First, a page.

* Whom Gods Destroy: Batgirl with green skin and very brief wardrobe ... a former starship captain who is now a homicidal maniac ... fun show.

* Let That be Your Last Battlefield: one last chance for the writers to make a strong social statement, about just how ridiculous judgements made on physical appearances really are.

* Requiem for Methuselah: Very interesting show where Kirk falls hard for an android.

* The Cloud Minders: Another gal falls for Spock, and the Enterprise solves a touchy labor relations situation.

* All Our Yesterdays: Very cool story about a planetary population which escaped their world's destruction by disappearing into their own past.

* Turnabout Intruder: The last episode broadcast. I though Shatner and his female guest star did quite good jobs in "trading personalities". A powerful show, yet many don't like it.

And the stinkers:
* Spock's Brain: a silly story where Spock's brain is stolen to stand in for a broken computer.
* The Enterprise Incident: Fun but silly story that has Romulan's believing a surgically altered Kirk is one of them. I always wonder why Star Fleet Command always chooses Star Ship Captains for missions like this rather than specially trained spies. LOL
* And the Children Shall Lead: A malevolent entity causes children to kill their parents, and even worse, chant in a very annoying fashion for most of the episode.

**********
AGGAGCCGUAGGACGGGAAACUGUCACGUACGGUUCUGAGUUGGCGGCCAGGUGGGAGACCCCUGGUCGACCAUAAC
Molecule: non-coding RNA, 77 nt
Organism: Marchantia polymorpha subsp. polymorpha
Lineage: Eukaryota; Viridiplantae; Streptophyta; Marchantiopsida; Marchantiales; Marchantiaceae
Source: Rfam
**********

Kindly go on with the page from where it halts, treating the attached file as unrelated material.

* Specter of the Gun: Another bargain basement effort on the sets. Some really like this show. I thought the whole thing was pretty weak.
* Day of the Dove: Another malevolent entity, this time forcing the Enterprise crew and a Klingon crew to fight an eternal battle. Possibly the silliest ending ever ... not just for season three Star Trek ... for any TV show, at any time.

If you're a Star Trek fan still without a Blu-ray player ... well ... this gives you a great excuse to get into Blu-ray and hi-def. Luckily the road is paved and Blu-ray players now cost what had at one time become common (and low) prices for DVD players. Even HD TVs are a fraction of what they once cost. The "early adopter" period is long passed, and prices are good on these wonderful viewing technologies. There is no better way to enjoy hi-def programming than by viewing an outstanding transfer of a long beloved series of programs like this.